TRAIL death receptors as tumor suppressors and drug targets

 Abstract

Various ways of targeting TRAIL-death receptors for the treatment of a diverse set of malignancies are being explored in ongoing clinical trials. Recent data of ours and others suggest that loss of the only death signaling receptor in mice (TRAIL-R) is associated with susceptibility to various stages of lymphomagenesis and carcinogenesis, perhaps in a complex cell- and model-specific manner (1,2). Myc-overexpressing B cell lymphomas with an intact TRAIL-R locus displayed a number of gene expression changes indicating resistance to TRAIL-R signaling. Herein we show some data on the use of recombinant human TRAIL (rhTRAIL) and γ-radiation (10 Gy) in combination in an autochthonous mouse model for hepatocellular carcinoma. As cell death signaling through the death receptors is evolutionary conserved from zebra fish to man, novel genetically engineered mouse tumor models may prove useful in establishing in vivo models that excel our fundamental understanding of resistance to TRAIL-death receptor signaling, off-target effects from TRAIL-death receptor targeting compounds and help in identifying a clinically cogent rationale for efficient targeting of TRAIL death receptors in patients. Once established, mouse tumor models may prove to be a useful tool in understanding TRAIL-death receptor signaling.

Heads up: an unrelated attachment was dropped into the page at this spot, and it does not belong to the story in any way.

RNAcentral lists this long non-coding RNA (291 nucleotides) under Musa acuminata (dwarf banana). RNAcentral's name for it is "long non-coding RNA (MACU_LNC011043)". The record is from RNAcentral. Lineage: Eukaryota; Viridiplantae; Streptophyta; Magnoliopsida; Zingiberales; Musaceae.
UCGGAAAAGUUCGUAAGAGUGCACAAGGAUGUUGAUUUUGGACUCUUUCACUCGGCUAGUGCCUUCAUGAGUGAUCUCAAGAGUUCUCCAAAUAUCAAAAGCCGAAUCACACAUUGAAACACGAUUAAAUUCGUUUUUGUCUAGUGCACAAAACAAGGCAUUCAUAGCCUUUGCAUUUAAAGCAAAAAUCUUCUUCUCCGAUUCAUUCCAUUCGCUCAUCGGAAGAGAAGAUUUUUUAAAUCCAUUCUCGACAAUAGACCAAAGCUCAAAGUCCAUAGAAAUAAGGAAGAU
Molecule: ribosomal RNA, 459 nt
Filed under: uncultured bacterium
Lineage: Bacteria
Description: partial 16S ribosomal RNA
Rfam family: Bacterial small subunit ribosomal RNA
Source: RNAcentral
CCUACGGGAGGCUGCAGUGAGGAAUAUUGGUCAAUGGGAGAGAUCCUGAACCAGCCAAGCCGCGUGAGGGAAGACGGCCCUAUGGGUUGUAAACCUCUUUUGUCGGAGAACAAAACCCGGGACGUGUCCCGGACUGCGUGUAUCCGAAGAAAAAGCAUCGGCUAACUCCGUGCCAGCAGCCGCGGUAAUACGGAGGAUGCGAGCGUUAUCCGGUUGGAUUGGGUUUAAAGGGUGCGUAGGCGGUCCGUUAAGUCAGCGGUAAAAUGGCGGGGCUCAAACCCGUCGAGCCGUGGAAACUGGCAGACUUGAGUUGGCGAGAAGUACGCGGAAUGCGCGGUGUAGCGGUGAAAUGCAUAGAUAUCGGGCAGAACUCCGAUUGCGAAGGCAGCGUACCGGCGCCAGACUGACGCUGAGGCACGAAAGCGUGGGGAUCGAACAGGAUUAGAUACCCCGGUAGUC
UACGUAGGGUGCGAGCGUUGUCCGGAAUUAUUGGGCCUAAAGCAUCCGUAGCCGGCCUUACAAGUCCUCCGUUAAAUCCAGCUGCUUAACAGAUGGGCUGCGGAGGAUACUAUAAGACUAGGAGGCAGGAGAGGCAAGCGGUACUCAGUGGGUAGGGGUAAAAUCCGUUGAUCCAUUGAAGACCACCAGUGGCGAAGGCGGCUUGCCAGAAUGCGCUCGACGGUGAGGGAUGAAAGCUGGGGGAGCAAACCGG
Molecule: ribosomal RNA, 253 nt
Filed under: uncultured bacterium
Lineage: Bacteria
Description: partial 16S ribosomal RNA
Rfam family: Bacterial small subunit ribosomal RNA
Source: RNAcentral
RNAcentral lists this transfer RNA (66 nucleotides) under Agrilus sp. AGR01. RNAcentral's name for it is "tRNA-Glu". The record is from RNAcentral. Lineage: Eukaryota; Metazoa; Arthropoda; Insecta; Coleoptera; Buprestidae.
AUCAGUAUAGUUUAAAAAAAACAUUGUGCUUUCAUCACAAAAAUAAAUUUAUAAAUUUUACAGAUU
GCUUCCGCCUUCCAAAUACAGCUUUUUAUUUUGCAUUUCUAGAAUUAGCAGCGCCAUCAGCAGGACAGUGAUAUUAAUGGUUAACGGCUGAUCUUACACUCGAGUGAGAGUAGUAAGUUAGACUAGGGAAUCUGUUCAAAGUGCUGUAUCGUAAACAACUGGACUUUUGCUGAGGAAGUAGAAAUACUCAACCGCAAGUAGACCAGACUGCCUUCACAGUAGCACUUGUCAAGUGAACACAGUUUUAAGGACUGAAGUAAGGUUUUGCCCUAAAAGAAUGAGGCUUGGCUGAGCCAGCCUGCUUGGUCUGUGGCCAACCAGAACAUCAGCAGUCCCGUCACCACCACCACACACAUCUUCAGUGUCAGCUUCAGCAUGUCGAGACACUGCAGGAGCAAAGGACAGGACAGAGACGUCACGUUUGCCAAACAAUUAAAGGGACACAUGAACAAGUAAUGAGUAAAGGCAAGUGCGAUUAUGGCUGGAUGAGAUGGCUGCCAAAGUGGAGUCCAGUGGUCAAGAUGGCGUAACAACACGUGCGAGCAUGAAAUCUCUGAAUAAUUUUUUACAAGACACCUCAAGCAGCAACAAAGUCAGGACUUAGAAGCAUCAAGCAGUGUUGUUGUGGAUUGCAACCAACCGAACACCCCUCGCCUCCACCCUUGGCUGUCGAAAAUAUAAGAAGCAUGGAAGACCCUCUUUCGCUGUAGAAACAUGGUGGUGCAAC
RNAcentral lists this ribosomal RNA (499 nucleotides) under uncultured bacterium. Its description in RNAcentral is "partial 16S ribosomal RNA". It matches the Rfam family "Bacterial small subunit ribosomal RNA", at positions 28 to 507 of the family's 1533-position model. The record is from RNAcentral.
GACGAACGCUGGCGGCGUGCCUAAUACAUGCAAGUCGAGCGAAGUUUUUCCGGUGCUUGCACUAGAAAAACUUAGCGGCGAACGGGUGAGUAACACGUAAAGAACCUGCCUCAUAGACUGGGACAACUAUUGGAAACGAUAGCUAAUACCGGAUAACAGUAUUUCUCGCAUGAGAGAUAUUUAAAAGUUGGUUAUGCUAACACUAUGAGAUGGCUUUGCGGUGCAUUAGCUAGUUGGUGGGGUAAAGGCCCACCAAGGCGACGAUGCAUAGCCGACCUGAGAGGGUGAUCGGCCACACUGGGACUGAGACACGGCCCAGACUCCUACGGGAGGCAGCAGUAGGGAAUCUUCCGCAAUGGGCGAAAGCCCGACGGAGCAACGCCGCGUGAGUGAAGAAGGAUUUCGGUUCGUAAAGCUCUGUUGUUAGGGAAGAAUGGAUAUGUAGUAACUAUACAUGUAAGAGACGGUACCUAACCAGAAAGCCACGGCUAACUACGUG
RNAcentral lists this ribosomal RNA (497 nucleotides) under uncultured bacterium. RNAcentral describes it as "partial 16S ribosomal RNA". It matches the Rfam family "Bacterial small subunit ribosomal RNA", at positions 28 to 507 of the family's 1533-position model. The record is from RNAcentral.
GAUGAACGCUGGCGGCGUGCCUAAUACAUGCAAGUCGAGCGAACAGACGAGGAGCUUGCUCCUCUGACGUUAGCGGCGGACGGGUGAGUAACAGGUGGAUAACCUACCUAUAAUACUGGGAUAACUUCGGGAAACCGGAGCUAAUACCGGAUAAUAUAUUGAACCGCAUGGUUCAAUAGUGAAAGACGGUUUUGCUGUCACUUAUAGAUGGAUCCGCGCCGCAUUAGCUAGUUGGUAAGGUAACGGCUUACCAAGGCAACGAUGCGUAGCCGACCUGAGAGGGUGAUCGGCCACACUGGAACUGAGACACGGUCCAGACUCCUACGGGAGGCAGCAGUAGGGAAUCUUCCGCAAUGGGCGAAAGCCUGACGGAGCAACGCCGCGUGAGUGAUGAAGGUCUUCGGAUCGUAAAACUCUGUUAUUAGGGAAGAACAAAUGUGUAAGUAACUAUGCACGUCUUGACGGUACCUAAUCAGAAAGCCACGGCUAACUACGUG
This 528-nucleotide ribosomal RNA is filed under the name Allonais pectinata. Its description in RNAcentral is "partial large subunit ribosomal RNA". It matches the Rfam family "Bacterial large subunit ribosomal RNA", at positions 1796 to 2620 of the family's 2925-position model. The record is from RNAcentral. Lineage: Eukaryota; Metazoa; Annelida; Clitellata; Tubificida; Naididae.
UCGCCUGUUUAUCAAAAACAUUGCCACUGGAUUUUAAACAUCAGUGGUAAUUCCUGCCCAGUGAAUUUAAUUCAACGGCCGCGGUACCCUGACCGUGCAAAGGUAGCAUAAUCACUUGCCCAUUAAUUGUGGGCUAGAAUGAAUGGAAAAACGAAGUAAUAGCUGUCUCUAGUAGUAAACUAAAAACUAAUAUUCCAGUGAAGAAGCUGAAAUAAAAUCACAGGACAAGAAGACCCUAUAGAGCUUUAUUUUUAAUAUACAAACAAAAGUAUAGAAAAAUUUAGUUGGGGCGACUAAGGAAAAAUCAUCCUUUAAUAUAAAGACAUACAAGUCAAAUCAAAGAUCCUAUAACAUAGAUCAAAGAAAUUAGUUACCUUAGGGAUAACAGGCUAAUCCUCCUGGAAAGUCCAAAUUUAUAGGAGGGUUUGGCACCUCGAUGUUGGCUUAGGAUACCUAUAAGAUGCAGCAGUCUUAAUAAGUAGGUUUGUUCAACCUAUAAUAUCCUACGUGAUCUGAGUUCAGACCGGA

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1525 - 1528
doi
10.4161/cc.7.11.5975
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TRAIL death receptors as tumor suppressors and drug targets